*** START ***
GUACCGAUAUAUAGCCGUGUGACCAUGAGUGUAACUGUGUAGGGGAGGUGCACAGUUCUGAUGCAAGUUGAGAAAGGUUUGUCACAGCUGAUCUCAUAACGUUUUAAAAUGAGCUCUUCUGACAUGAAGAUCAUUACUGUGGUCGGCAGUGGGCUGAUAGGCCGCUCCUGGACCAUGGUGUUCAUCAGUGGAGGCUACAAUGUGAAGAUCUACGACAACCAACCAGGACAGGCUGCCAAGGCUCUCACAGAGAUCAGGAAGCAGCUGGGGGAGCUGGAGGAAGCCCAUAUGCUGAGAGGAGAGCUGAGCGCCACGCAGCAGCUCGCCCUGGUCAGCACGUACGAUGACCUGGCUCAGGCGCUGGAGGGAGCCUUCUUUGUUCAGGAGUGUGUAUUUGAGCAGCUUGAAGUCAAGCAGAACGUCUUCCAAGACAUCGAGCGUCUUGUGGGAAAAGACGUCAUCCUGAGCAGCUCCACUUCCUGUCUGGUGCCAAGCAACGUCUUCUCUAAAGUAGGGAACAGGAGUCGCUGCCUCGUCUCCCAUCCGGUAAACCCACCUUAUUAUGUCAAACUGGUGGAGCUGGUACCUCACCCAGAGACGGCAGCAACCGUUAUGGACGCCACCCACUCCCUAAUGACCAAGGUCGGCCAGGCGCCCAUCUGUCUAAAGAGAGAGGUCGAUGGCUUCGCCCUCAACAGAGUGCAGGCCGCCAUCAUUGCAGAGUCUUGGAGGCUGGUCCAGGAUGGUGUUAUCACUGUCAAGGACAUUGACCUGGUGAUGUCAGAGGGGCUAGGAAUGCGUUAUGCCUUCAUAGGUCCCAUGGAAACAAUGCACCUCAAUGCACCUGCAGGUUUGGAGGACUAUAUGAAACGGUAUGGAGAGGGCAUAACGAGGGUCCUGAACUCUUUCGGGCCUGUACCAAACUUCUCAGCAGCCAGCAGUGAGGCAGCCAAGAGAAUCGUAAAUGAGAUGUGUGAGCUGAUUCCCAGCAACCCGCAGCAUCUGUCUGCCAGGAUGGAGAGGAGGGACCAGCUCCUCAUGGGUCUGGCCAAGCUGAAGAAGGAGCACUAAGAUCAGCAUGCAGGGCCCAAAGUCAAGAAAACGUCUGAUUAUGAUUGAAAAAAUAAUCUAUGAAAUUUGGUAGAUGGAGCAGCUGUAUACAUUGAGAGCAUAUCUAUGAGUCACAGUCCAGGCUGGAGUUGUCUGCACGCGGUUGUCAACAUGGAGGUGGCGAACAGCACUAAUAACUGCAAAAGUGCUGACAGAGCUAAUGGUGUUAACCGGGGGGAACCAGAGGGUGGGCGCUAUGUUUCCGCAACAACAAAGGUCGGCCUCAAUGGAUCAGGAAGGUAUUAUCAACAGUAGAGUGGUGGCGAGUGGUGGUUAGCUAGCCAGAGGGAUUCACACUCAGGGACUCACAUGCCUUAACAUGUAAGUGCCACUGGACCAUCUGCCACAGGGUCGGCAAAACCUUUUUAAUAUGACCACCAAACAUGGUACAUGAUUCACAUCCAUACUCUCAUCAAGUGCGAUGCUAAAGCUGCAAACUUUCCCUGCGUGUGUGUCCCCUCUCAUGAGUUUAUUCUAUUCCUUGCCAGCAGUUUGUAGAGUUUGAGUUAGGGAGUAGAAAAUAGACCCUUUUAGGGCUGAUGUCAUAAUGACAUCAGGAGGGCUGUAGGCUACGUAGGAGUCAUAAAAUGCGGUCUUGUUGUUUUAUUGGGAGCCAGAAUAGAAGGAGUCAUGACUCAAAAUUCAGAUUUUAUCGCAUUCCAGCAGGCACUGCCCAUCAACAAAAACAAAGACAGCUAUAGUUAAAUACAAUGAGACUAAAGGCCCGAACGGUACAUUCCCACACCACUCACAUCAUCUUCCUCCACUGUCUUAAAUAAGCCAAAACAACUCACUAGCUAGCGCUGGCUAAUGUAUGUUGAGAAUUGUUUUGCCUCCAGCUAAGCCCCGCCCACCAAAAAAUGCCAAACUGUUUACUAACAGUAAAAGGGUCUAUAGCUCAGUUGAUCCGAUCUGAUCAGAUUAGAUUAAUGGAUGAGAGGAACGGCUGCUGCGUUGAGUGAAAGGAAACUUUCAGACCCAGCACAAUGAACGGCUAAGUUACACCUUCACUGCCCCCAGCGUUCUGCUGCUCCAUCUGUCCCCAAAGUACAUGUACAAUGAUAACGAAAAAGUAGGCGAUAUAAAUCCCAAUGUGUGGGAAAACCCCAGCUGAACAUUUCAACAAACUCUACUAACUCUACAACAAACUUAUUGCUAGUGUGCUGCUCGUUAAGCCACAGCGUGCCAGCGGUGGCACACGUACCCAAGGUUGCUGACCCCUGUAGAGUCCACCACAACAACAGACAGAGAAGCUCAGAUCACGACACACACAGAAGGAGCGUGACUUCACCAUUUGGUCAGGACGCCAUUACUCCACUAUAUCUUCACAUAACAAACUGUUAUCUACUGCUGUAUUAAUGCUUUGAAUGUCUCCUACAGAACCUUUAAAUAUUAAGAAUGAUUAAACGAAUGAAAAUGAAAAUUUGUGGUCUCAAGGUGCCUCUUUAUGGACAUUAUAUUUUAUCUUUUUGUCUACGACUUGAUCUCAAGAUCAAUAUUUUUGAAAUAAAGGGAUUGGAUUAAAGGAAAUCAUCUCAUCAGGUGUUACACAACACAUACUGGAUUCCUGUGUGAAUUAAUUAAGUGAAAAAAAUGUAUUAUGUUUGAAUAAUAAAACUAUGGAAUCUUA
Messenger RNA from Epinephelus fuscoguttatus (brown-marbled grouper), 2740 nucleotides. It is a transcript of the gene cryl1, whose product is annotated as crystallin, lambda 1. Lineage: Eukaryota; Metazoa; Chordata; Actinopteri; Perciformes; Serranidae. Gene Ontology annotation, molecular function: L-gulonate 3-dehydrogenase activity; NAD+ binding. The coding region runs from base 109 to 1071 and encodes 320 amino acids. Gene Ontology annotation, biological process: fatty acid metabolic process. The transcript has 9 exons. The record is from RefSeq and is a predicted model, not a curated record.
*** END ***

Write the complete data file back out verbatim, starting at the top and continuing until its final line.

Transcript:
GUACCGAUAUAUAGCCGUGUGACCAUGAGUGUAACUGUGUAGGGGAGGUGCACAGUUCUGAUGCAAGUUGAGAAAGGUUUGUCACAGCUGAUCUCAUAACGUUUUAAAAUGAGCUCUUCUGACAUGAAGAUCAUUACUGUGGUCGGCAGUGGGCUGAUAGGCCGCUCCUGGACCAUGGUGUUCAUCAGUGGAGGCUACAAUGUGAAGAUCUACGACAACCAACCAGGACAGGCUGCCAAGGCUCUCACAGAGAUCAGGAAGCAGCUGGGGGAGCUGGAGGAAGCCCAUAUGCUGAGAGGAGAGCUGAGCGCCACGCAGCAGCUCGCCCUGGUCAGCACGUACGAUGACCUGGCUCAGGCGCUGGAGGGAGCCUUCUUUGUUCAGGAGUGUGUAUUUGAGCAGCUUGAAGUCAAGCAGAACGUCUUCCAAGACAUCGAGCGUCUUGUGGGAAAAGACGUCAUCCUGAGCAGCUCCACUUCCUGUCUGGUGCCAAGCAACGUCUUCUCUAAAGUAGGGAACAGGAGUCGCUGCCUCGUCUCCCAUCCGGUAAACCCACCUUAUUAUGUCAAACUGGUGGAGCUGGUACCUCACCCAGAGACGGCAGCAACCGUUAUGGACGCCACCCACUCCCUAAUGACCAAGGUCGGCCAGGCGCCCAUCUGUCUAAAGAGAGAGGUCGAUGGCUUCGCCCUCAACAGAGUGCAGGCCGCCAUCAUUGCAGAGUCUUGGAGGCUGGUCCAGGAUGGUGUUAUCACUGUCAAGGACAUUGACCUGGUGAUGUCAGAGGGGCUAGGAAUGCGUUAUGCCUUCAUAGGUCCCAUGGAAACAAUGCACCUCAAUGCACCUGCAGGUUUGGAGGACUAUAUGAAACGGUAUGGAGAGGGCAUAACGAGGGUCCUGAACUCUUUCGGGCCUGUACCAAACUUCUCAGCAGCCAGCAGUGAGGCAGCCAAGAGAAUCGUAAAUGAGAUGUGUGAGCUGAUUCCCAGCAACCCGCAGCAUCUGUCUGCCAGGAUGGAGAGGAGGGACCAGCUCCUCAUGGGUCUGGCCAAGCUGAAGAAGGAGCACUAAGAUCAGCAUGCAGGGCCCAAAGUCAAGAAAACGUCUGAUUAUGAUUGAAAAAAUAAUCUAUGAAAUUUGGUAGAUGGAGCAGCUGUAUACAUUGAGAGCAUAUCUAUGAGUCACAGUCCAGGCUGGAGUUGUCUGCACGCGGUUGUCAACAUGGAGGUGGCGAACAGCACUAAUAACUGCAAAAGUGCUGACAGAGCUAAUGGUGUUAACCGGGGGGAACCAGAGGGUGGGCGCUAUGUUUCCGCAACAACAAAGGUCGGCCUCAAUGGAUCAGGAAGGUAUUAUCAACAGUAGAGUGGUGGCGAGUGGUGGUUAGCUAGCCAGAGGGAUUCACACUCAGGGACUCACAUGCCUUAACAUGUAAGUGCCACUGGACCAUCUGCCACAGGGUCGGCAAAACCUUUUUAAUAUGACCACCAAACAUGGUACAUGAUUCACAUCCAUACUCUCAUCAAGUGCGAUGCUAAAGCUGCAAACUUUCCCUGCGUGUGUGUCCCCUCUCAUGAGUUUAUUCUAUUCCUUGCCAGCAGUUUGUAGAGUUUGAGUUAGGGAGUAGAAAAUAGACCCUUUUAGGGCUGAUGUCAUAAUGACAUCAGGAGGGCUGUAGGCUACGUAGGAGUCAUAAAAUGCGGUCUUGUUGUUUUAUUGGGAGCCAGAAUAGAAGGAGUCAUGACUCAAAAUUCAGAUUUUAUCGCAUUCCAGCAGGCACUGCCCAUCAACAAAAACAAAGACAGCUAUAGUUAAAUACAAUGAGACUAAAGGCCCGAACGGUACAUUCCCACACCACUCACAUCAUCUUCCUCCACUGUCUUAAAUAAGCCAAAACAACUCACUAGCUAGCGCUGGCUAAUGUAUGUUGAGAAUUGUUUUGCCUCCAGCUAAGCCCCGCCCACCAAAAAAUGCCAAACUGUUUACUAACAGUAAAAGGGUCUAUAGCUCAGUUGAUCCGAUCUGAUCAGAUUAGAUUAAUGGAUGAGAGGAACGGCUGCUGCGUUGAGUGAAAGGAAACUUUCAGACCCAGCACAAUGAACGGCUAAGUUACACCUUCACUGCCCCCAGCGUUCUGCUGCUCCAUCUGUCCCCAAAGUACAUGUACAAUGAUAACGAAAAAGUAGGCGAUAUAAAUCCCAAUGUGUGGGAAAACCCCAGCUGAACAUUUCAACAAACUCUACUAACUCUACAACAAACUUAUUGCUAGUGUGCUGCUCGUUAAGCCACAGCGUGCCAGCGGUGGCACACGUACCCAAGGUUGCUGACCCCUGUAGAGUCCACCACAACAACAGACAGAGAAGCUCAGAUCACGACACACACAGAAGGAGCGUGACUUCACCAUUUGGUCAGGACGCCAUUACUCCACUAUAUCUUCACAUAACAAACUGUUAUCUACUGCUGUAUUAAUGCUUUGAAUGUCUCCUACAGAACCUUUAAAUAUUAAGAAUGAUUAAACGAAUGAAAAUGAAAAUUUGUGGUCUCAAGGUGCCUCUUUAUGGACAUUAUAUUUUAUCUUUUUGUCUACGACUUGAUCUCAAGAUCAAUAUUUUUGAAAUAAAGGGAUUGGAUUAAAGGAAAUCAUCUCAUCAGGUGUUACACAACACAUACUGGAUUCCUGUGUGAAUUAAUUAAGUGAAAAAAAUGUAUUAUGUUUGAAUAAUAAAACUAUGGAAUCUUA
Messenger RNA from Epinephelus fuscoguttatus (brown-marbled grouper), 2740 nucleotides. It is a transcript of the gene cryl1, whose product is annotated as crystallin, lambda 1. Lineage: Eukaryota; Metazoa; Chordata; Actinopteri; Perciformes; Serranidae. Gene Ontology annotation, molecular function: L-gulonate 3-dehydrogenase activity; NAD+ binding. The coding region runs from base 109 to 1071 and encodes 320 amino acids. Gene Ontology annotation, biological process: fatty acid metabolic process. The transcript has 9 exons. The record is from RefSeq and is a predicted model, not a curated record.